This member family invited some close friends over to watch the game and have some food, then they also invited the missionaries.  They let the conversation happen naturally.  This was not pushy or offensive.  This was an honest attempt at showing their friends what they had in their lives that they really loved.  And that is how it can work.  Be honest, be open, be friendly, be loving.  And by all means, don’t stop being honest, open, friendly, and loving when your friends tell you they just aren’t interested in the gospel.  That should have no effect on your friendship.  Because that is not the basis of your friendship.

We should not be ashamed of our love of the gospel and the truths that make us happy.  We should seek friendly ways of sharing and showing our friends and neighbors and family members the joy that we have found.  It is as simple as living the gospel, enjoying the gospel and offering occasionally to allow your friends to participate with you.  Maybe there’s an activity in the ward they might enjoy. (Everyone loves free food, and Mormons are notorious for having lots of food at their activities!)  Maybe they might enjoy coming to watch your children in the Christmas or Easter Sacrament program. Maybe you could invite them over for an evening of food, and games, with a small spiritual lesson – perhaps this could be done on a Monday night??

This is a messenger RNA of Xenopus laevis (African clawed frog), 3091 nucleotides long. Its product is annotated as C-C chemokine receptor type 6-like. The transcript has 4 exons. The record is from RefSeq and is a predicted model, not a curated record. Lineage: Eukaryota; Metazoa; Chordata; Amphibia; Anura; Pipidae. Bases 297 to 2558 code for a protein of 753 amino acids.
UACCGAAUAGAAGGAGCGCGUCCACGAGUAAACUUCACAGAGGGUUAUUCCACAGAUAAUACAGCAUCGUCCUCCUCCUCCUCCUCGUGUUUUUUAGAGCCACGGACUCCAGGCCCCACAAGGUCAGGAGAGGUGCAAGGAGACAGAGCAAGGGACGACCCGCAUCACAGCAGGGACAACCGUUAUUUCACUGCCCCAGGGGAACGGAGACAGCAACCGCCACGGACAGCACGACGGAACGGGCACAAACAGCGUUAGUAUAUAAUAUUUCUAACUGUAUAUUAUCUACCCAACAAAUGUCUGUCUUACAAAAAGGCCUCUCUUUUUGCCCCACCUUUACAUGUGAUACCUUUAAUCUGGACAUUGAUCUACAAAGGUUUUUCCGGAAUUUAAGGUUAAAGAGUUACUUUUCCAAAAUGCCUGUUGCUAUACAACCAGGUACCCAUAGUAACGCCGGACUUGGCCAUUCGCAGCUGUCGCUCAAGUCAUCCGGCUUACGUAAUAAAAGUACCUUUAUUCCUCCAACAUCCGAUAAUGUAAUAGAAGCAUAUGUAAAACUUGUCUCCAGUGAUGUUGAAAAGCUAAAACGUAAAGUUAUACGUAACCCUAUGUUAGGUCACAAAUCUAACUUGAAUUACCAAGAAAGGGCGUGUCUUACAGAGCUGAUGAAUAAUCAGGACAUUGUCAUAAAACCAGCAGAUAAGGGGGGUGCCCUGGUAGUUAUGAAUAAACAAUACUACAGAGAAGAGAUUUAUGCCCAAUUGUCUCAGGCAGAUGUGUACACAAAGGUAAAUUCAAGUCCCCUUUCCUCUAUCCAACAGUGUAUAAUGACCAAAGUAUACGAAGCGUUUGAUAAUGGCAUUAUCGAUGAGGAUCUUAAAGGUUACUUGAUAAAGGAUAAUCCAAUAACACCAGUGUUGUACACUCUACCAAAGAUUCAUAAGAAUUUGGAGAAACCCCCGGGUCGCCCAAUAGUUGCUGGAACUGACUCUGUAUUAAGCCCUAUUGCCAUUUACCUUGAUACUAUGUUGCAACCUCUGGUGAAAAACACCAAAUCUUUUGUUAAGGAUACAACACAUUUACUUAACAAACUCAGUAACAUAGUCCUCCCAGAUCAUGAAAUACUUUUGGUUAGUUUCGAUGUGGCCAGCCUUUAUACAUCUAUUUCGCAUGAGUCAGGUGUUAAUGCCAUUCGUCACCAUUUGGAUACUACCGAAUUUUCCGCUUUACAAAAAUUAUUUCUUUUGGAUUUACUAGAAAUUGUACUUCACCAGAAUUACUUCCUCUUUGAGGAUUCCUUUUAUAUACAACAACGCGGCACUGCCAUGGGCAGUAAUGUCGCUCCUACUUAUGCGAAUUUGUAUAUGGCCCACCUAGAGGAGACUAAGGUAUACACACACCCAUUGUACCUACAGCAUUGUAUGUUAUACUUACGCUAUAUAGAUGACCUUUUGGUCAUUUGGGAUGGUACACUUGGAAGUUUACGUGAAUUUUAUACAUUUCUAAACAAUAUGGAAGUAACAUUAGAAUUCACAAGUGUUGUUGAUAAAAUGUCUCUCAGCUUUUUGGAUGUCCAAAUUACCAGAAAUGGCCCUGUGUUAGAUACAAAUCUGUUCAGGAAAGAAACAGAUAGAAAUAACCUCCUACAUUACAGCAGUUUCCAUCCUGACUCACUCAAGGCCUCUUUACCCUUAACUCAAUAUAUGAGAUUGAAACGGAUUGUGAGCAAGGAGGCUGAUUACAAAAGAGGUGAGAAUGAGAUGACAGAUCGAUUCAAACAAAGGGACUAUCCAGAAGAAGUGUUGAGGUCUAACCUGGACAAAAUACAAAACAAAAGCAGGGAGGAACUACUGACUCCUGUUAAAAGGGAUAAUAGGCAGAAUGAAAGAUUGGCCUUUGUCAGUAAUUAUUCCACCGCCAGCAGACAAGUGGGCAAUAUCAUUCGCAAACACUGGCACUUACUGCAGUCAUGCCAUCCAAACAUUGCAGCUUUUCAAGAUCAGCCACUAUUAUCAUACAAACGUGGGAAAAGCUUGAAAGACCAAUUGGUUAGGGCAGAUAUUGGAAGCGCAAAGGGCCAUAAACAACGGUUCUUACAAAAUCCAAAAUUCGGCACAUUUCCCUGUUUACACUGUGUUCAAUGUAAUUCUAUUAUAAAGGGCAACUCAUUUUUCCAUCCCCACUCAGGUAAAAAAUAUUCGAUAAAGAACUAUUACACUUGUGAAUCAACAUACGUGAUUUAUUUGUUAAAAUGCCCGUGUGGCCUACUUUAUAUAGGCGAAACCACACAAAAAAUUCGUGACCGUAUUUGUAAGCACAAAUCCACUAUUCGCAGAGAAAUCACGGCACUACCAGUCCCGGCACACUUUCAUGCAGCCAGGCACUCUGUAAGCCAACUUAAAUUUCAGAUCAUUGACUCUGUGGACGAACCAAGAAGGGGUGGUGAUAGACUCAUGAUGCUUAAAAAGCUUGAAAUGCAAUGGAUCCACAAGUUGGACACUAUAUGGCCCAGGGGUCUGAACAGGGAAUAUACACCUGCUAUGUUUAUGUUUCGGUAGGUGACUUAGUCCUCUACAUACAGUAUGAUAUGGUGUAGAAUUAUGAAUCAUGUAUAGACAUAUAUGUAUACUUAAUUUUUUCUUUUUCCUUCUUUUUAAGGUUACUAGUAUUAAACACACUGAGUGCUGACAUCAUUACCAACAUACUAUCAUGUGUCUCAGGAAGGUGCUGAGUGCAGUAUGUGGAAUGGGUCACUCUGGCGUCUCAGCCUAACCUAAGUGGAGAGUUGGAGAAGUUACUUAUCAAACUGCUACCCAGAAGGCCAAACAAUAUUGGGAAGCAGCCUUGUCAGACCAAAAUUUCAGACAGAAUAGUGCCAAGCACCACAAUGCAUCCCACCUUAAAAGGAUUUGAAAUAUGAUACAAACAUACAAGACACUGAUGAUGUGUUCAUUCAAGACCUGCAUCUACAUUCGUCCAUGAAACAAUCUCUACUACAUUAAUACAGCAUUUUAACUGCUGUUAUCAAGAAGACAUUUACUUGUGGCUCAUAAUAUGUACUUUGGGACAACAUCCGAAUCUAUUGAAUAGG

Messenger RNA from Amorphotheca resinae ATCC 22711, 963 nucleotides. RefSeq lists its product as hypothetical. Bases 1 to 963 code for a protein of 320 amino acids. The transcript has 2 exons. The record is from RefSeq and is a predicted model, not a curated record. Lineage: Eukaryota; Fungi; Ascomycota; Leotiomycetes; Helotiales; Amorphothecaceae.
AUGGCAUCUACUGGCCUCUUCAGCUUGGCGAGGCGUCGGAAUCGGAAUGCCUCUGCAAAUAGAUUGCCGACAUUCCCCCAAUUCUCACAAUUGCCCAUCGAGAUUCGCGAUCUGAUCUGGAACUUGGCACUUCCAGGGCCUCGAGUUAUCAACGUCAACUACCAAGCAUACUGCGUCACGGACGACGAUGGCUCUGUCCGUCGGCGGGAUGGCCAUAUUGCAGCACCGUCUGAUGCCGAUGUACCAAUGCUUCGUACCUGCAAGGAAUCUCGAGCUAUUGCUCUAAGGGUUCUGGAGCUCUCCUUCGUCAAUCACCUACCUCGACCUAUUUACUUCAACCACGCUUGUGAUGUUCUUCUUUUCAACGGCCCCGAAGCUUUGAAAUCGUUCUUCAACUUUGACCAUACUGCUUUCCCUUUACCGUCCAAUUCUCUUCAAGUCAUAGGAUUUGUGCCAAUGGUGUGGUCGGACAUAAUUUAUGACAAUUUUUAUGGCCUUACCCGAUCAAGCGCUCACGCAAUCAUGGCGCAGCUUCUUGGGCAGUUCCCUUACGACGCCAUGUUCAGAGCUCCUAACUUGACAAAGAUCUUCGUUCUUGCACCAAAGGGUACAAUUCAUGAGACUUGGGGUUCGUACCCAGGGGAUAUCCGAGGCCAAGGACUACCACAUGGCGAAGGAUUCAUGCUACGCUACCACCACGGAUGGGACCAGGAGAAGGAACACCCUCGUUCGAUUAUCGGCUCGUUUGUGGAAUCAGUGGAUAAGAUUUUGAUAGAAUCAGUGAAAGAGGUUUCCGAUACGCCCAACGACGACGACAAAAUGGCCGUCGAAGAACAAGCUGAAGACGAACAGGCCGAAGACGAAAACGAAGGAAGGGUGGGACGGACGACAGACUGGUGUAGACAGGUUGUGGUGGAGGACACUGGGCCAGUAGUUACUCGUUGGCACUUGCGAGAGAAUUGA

Because it is something that you enjoy, they might as well.  And how would you feel if your friend had something that brought so much joy and happiness into his life and kept it all for himself?  How would you feel if your friend drank all of the orange juice because he didn’t want to offend you by offering you any?  An offer, when made with love and real intent and concern, is never offensive.  If they decline, well, then they’ve declined.  No big deal.  Keep trying, keep being happy and keep being “an example of the believers.”  Let the love and the light of the Gospel permeate from you and you will definitely give light to a few of those who are around you.

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One thought on “Religious Analogy of the Week- Orange Juice

  1. Ted

    Good advice. I know though, that some people do feel that once they’ve been propositioned the gospel and they reject it, they will become a project or that their friendship will suffer slightly because of it. However, since this friend doesn’t feel the same way about me, it’s definitely not set in stone.

    Like you said, conversations should arise naturally; you should rarely force their hand in the situation. Love and respect is the key here. And remember that people have agency! Some people feel that if only they understood how awesome the Church was they would beg to join and so they continue to belabor the point, thinking their friends and family haven’t “gotten it” yet.